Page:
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|Full Title:||Deixis in Discourse|
|Location:||Belfast, Northern Ireland, United Kingdom|
|Start Date:||16-Jul-2017 - 21-Jul-2017|
|Meeting Email:||click here to access email|
|Meeting Description:||Deixis (or indexicals) has long been one of the key research topics in pragmatics because it links the structure of language and the context in which a deictic expression is used (Levinson, 1983). Apart from its canonical deictic uses, it also has various kinds of extended discourse pragmatic functions. For instance, the second person pronoun can be used impersonally in many languages (e.g. You see a crime, you report it); it can also be used metalinguistically to elicit addressee’s attention and display the speaker’s strong stance (Biq 1991).
Demonstratives and possessive pronouns can likewise develop beyond their referential uses to convey different shades of speaker emotion and attitude (e.g. Lakoff 1974; Rybarczyk 2015). For example, in addition to developing into grammatical markers such as connectives, complementizers, definite articles, focus markers, nonverbal copulas, etc. (Diessel 1999), demonstratives are often also used as markers of speaker’s subjective and intersubjective stance (see Kratochvil 2011; Nagaya 2011; Schapper & San Roque 2011).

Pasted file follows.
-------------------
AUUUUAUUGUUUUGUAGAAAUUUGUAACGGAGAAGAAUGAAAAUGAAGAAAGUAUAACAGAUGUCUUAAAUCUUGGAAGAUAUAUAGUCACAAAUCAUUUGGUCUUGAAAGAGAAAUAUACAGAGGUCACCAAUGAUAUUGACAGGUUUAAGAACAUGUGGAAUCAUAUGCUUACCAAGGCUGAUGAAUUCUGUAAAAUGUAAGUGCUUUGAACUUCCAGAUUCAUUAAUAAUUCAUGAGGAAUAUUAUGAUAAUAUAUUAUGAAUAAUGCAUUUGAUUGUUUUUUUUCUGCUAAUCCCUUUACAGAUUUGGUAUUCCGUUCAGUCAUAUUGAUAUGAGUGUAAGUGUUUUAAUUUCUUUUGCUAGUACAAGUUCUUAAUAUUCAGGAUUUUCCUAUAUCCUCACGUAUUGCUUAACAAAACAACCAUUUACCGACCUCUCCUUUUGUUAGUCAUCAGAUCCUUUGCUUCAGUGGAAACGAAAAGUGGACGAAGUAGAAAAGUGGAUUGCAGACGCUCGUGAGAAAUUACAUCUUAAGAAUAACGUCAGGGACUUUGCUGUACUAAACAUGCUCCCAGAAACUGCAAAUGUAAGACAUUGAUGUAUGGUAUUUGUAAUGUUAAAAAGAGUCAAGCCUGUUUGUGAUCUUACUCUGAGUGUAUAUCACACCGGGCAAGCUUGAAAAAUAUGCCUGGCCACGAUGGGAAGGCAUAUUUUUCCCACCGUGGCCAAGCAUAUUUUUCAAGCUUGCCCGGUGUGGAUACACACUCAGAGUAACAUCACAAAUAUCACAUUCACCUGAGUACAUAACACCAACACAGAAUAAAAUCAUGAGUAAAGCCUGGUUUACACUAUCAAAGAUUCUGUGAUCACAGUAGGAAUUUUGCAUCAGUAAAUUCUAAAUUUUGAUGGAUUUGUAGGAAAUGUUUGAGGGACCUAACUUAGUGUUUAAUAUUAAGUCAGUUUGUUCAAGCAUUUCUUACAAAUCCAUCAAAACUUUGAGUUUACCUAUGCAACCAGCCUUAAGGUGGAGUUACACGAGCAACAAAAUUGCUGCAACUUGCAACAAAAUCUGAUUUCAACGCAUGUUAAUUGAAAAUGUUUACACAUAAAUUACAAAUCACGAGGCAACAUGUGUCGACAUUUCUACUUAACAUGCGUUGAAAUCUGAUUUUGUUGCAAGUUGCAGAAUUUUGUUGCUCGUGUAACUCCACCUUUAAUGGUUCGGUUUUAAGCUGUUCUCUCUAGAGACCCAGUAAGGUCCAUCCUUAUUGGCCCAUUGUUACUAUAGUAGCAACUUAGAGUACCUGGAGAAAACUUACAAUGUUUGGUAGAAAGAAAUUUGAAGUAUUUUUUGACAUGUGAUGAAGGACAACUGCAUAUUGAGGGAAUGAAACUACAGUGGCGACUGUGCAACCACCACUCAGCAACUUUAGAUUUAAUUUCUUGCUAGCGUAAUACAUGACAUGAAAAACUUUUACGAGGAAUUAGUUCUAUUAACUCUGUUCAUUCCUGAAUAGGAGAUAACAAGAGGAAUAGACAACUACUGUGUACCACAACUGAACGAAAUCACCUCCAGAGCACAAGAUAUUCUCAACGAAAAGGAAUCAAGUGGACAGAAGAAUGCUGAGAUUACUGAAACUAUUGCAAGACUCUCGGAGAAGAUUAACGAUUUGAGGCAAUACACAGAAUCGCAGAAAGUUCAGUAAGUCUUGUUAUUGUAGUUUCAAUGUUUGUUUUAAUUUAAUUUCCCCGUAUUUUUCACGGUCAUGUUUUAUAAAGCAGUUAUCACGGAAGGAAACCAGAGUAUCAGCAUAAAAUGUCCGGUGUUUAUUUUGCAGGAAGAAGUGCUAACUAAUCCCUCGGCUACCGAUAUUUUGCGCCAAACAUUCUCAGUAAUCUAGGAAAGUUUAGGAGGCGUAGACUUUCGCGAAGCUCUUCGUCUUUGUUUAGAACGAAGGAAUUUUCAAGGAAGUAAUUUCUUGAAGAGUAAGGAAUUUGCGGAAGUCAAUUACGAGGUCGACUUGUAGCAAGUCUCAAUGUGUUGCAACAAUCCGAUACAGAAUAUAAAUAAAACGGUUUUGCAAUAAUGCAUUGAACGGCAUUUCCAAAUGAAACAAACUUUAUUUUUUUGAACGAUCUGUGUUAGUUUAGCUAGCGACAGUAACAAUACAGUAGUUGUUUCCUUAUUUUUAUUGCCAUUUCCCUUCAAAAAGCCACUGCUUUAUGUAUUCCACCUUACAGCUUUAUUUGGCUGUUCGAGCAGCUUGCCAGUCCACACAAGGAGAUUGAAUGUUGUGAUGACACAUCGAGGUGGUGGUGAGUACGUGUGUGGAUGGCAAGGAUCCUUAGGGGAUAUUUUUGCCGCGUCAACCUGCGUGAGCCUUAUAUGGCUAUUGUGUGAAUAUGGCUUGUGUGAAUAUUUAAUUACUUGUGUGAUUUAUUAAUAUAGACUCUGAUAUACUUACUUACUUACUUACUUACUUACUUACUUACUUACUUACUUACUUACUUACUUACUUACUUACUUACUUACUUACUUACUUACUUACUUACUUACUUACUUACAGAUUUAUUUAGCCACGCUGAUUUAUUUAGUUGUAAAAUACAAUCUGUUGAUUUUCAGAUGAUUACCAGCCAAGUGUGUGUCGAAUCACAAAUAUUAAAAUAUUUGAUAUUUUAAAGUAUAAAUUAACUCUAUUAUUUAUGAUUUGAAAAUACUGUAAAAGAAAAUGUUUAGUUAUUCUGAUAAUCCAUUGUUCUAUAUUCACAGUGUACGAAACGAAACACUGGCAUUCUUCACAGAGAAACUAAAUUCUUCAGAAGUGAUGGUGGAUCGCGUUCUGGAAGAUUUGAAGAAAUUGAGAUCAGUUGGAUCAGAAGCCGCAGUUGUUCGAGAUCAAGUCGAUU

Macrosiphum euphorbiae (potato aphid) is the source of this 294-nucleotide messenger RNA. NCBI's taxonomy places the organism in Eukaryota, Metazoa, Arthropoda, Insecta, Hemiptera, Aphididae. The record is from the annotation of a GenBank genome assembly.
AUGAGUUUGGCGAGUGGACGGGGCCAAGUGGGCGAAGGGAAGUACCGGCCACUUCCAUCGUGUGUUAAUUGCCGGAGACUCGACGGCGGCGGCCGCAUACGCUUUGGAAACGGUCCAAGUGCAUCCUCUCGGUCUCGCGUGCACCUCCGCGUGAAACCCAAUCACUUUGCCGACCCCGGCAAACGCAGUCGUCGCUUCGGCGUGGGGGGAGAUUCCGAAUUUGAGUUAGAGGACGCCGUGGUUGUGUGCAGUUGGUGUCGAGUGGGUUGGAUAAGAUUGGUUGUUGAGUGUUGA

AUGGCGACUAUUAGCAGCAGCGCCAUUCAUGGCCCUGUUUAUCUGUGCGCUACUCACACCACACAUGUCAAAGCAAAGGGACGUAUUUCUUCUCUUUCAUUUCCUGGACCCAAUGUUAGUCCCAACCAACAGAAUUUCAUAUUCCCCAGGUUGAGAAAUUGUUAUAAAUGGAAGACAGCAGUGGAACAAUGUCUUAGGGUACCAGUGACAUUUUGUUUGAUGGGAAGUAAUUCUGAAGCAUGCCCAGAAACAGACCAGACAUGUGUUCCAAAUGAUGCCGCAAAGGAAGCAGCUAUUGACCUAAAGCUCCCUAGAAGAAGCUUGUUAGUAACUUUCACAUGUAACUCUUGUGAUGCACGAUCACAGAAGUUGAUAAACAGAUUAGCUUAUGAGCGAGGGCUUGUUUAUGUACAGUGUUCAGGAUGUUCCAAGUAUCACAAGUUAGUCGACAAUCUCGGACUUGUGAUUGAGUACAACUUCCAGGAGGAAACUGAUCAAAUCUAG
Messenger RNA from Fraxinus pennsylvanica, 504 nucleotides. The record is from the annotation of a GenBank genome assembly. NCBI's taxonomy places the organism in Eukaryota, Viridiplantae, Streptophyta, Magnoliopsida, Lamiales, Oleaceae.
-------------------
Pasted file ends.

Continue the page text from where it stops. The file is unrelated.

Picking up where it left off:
Recent studies have also begun to explore the dynamic embedded properties of deixis in natural conversation. Among the questions of interest in these discourse studies are how deictic expressions interact with bodily conducts such as gaze orientations and gestures (Goodwin 2003; Stukenbrock 2014) and how indexicals such as demonstratives are used to project possible upcoming actions in talk (Hayashi 2004). These dynamic properties of indexicals in interactional talk have yet to be investigated in languages other than English.
For further queries, please contact the panel organizers:
Foong Ha Yap (firstname.lastname@example.org) or Ying Yang (email@example.com)
|Linguistic Subfield:||Discourse Analysis; Pragmatics|
| This is a session of the following meeting:
15th International Pragmatics Conference
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